SMS scnews item created by Duncan Sutherland at Fri 9 Oct 2009 1417
Type: Seminar
Distribution: World
Expiry: 14 Oct 2009
Calendar1: 14 Oct 2009 1300-1400
CalLoc1: Carslaw 350
Auth: duncans@bari.maths.usyd.edu.au

SUMS talk (+concert): Sutherland

Hello everyone, 

We had a huge turnout at the SUMS Relay on Wednesday.  Thanks to all 9 teams who turned
up, in particular teams Tachyon and Scroteam who notified us beforehand that they were
coming, cheers.  Congratulations once again goes to Team Vasak and Geoff Bailey (i.e.
Team Geoff), for coming equal first answering all of the questions.  Top effort.  

Next week (i.e.  Wednesday October 14), Duncan Sutherland will be giving his 2008
honours talk about microbubble contrast agents.  Don’t worry, it’s an applied talk so
kindergarten students can understand it.  Duncan was kind enough to provide an abstract: 

Traditional medical ultrasonography has used the backscattering of acoustic signals from
tissue to investigate an object of interest.  Microbubble contrast agents, which are
typically administered intravenously into a patient’s circulatory system, were first
approved for clinical studies in 1991.  Modern contrast agents are typically a gas
filled microbubble, which may be preformed with a shell of, for example, lipid, polymer
or albumin.  Contrast agents enhance backscatter, due to the high compressibility of the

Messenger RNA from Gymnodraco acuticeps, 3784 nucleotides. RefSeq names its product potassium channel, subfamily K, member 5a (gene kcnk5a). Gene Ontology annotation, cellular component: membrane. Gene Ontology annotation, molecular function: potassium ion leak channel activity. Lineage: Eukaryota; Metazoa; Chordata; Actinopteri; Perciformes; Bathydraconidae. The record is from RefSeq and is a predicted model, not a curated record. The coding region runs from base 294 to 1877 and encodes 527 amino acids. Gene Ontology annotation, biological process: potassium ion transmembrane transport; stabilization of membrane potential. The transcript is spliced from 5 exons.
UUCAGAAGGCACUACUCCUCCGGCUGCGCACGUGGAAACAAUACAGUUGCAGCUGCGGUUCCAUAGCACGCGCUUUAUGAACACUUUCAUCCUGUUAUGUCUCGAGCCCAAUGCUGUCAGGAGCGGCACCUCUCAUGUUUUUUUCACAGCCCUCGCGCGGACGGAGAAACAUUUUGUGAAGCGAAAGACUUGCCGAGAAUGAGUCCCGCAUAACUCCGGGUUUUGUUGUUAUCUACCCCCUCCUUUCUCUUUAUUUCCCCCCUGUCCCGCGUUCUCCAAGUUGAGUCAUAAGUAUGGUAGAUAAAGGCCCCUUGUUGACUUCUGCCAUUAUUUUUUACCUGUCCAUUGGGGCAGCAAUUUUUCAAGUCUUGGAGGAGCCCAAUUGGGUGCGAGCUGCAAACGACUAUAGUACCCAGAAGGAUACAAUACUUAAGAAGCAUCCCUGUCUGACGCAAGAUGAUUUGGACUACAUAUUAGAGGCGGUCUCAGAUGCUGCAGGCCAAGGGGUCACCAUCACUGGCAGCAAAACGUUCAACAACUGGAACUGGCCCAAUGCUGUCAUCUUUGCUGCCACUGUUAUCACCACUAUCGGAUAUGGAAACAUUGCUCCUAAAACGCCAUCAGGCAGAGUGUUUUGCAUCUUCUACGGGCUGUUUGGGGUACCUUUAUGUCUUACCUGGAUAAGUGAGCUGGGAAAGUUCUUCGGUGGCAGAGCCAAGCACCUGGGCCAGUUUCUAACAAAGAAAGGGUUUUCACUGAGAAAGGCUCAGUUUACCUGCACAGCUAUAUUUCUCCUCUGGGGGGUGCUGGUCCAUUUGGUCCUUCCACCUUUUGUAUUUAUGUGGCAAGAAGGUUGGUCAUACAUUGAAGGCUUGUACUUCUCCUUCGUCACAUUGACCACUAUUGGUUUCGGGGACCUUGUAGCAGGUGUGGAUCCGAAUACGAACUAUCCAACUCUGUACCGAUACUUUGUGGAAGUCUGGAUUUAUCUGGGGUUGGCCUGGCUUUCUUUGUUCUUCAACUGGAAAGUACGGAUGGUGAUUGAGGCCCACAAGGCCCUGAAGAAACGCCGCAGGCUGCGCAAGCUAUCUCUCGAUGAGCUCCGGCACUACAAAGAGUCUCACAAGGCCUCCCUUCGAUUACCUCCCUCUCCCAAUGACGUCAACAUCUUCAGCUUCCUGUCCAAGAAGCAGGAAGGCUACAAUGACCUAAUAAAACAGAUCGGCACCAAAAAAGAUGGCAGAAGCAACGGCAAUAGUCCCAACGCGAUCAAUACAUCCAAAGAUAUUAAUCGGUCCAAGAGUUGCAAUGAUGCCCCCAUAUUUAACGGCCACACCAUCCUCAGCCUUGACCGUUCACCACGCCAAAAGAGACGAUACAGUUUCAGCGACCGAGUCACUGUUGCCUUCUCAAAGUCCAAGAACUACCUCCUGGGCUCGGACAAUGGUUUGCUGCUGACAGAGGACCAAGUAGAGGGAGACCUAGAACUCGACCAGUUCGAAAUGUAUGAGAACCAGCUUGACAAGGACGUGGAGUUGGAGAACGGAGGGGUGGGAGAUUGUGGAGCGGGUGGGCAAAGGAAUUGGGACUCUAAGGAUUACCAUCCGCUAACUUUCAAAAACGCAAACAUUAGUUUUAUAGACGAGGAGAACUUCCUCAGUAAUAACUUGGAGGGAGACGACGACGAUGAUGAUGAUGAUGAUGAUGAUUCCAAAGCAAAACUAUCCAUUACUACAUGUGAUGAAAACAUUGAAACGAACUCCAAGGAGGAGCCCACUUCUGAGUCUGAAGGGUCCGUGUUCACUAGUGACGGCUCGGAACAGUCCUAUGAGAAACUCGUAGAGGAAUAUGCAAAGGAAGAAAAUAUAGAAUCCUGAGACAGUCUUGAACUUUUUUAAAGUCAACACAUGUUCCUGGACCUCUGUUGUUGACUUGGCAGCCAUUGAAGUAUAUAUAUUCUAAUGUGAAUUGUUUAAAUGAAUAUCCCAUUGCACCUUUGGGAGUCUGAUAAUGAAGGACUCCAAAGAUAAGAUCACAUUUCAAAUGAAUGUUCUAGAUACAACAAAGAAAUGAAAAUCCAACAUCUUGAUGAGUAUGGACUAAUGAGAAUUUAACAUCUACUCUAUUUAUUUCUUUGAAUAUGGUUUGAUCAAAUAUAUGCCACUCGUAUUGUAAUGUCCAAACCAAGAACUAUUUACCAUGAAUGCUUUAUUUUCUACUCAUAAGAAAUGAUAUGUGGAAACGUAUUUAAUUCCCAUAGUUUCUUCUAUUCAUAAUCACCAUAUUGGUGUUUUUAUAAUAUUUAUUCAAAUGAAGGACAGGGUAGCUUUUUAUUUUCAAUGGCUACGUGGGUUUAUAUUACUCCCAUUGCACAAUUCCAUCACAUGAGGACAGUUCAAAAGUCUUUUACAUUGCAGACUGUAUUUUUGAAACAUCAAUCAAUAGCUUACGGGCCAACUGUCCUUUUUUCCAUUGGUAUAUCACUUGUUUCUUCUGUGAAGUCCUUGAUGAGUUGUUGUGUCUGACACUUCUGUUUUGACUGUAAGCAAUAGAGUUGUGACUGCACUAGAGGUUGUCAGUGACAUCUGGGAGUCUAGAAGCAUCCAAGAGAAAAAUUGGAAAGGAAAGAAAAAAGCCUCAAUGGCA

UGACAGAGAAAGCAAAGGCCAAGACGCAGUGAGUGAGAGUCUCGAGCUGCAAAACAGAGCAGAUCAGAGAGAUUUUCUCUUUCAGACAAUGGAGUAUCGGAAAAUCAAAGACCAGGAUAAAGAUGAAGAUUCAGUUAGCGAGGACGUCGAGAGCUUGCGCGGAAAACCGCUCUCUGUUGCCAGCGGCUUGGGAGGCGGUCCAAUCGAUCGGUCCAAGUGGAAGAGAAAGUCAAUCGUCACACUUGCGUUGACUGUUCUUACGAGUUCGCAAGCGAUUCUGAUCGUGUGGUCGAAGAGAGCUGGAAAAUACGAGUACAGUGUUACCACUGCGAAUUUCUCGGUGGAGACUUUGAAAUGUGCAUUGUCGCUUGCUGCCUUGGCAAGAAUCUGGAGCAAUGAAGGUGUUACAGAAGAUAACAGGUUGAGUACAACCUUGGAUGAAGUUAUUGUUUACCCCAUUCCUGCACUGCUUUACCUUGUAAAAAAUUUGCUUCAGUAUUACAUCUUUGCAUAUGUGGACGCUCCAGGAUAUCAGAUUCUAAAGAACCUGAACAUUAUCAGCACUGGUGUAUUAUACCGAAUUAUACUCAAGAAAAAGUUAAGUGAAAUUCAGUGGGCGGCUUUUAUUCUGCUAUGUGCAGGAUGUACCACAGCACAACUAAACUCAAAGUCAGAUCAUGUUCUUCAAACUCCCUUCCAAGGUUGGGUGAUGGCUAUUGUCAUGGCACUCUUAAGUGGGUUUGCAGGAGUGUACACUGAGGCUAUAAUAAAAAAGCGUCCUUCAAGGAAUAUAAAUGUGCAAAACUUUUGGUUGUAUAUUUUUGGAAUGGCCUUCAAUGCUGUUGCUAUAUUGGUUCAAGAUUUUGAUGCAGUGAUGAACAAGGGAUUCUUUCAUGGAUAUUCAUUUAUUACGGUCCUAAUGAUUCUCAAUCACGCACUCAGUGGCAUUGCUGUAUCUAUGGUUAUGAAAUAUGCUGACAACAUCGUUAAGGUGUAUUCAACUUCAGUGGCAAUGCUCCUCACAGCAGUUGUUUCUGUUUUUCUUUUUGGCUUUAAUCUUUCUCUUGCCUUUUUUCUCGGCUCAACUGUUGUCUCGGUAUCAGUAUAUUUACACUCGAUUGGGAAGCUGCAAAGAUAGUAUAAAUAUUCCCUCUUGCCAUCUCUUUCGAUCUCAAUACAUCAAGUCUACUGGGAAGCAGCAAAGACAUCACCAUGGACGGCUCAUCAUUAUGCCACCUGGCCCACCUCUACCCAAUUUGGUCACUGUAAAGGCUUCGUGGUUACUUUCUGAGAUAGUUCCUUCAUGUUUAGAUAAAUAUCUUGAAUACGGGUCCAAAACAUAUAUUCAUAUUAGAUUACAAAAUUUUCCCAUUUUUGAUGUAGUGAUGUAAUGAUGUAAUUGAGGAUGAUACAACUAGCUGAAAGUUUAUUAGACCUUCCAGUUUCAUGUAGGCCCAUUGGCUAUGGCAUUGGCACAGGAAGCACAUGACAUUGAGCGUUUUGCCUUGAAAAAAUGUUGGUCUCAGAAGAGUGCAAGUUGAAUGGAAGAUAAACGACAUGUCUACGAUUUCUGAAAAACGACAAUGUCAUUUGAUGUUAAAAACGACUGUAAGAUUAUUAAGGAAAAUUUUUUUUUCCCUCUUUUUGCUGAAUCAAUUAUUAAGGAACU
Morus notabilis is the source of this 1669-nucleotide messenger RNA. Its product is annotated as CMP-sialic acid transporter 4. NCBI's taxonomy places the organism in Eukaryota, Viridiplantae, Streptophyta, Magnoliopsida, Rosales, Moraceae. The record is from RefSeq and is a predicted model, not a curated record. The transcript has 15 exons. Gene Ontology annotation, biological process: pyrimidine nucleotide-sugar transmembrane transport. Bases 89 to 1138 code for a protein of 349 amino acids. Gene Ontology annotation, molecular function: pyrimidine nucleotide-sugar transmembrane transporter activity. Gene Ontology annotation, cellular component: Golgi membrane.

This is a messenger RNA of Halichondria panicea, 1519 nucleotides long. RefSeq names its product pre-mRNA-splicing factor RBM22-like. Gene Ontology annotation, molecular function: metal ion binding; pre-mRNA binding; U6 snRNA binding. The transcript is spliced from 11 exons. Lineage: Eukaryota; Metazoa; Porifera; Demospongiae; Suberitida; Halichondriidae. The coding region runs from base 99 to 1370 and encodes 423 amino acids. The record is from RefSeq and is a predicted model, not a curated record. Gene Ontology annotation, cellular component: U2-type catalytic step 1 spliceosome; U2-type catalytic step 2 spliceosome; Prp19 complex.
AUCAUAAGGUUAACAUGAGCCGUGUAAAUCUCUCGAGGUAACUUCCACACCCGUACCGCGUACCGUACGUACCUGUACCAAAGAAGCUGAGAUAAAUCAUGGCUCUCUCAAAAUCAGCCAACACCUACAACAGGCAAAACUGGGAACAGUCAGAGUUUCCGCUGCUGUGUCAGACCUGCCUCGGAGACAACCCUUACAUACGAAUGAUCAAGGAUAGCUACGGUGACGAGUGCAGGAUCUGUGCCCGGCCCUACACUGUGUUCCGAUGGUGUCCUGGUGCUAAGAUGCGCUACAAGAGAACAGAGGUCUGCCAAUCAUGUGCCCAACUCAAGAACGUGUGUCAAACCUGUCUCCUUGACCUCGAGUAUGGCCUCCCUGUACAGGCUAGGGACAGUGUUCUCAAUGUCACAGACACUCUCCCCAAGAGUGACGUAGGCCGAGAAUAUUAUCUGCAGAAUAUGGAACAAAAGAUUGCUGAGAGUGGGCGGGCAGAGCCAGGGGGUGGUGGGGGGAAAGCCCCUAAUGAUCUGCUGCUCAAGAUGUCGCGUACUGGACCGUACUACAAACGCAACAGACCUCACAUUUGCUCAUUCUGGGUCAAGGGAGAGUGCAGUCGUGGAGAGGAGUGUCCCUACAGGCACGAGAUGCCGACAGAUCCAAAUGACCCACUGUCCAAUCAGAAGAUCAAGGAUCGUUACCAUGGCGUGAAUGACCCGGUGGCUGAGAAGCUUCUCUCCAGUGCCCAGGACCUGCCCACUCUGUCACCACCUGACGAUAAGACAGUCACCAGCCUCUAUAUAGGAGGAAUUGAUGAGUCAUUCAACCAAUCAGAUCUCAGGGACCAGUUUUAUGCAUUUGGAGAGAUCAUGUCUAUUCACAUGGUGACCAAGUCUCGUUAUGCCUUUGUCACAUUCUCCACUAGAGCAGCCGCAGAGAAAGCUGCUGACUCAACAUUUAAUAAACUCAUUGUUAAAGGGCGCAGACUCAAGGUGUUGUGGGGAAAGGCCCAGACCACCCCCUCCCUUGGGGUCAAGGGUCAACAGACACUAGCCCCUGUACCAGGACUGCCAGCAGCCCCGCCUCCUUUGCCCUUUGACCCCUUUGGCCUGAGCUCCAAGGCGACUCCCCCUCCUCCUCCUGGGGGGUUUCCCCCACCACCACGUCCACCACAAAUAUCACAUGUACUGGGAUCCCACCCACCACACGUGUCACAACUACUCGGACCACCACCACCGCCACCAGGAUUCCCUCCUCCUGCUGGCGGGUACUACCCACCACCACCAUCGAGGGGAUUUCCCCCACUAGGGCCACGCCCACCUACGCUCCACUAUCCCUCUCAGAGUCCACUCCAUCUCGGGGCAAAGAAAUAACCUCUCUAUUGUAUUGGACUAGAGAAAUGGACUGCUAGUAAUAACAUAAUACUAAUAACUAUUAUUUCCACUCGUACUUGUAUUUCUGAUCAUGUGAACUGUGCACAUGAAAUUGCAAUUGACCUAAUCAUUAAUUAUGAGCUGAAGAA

gas, relative to body tissue.  

The oscillatory response of the microbubble to an applied ultrasound field is
complicated and frequency dependent.  The bubble has a size dependent linear resonance
frequency.  Typically the contrast agent size is 1-7 um with resonant frequencies in the
2-15 MHz range, which is used for clinical applications.  As the amplitude of the
driving field is increased, the bubble response is nonlinear, which leads to sub and
higher harmonic generation.  New techniques have been developed for use in specialised
applications to utilise this phenomenon.  

I will be discussing the some of the models that have been developed to describe the
response of a single bubble to a driving pressure.  This requires consideration of the
surrounding fluid, internal gas and the shell layer of the microbubble.  The discussion
will focus on a second order ODE, called the Rayleigh-Plesset (RP) equation.  The RP
equation may be extended to include effects due to fluid viscosity and surface tension.
Similarly, it is possible to include damping of the bubble oscillation due to radiation
at the bubble wall.  For contrast agents with encapsulating shells the equation of
motion, due to Church, of the bubble wall is, again, an extension of the RP equation.
Some simulation results will be presented, and limitations of the models will be
discussed.  

Talk: Models of Ultrasound Contrast Agents Speaker: Duncan Sutherland Location: Carslaw
350 Date/Time: October 14th, 1-2pm 

Hope to see you there for the last SUMS talk of the year.  Meanwhile SUMS is also
planning concerts for week 13 (Wednesday evening and Friday lunchtime), if you would
like to perform in either or both SUMS concerts, please email usydmaths@gmail.com


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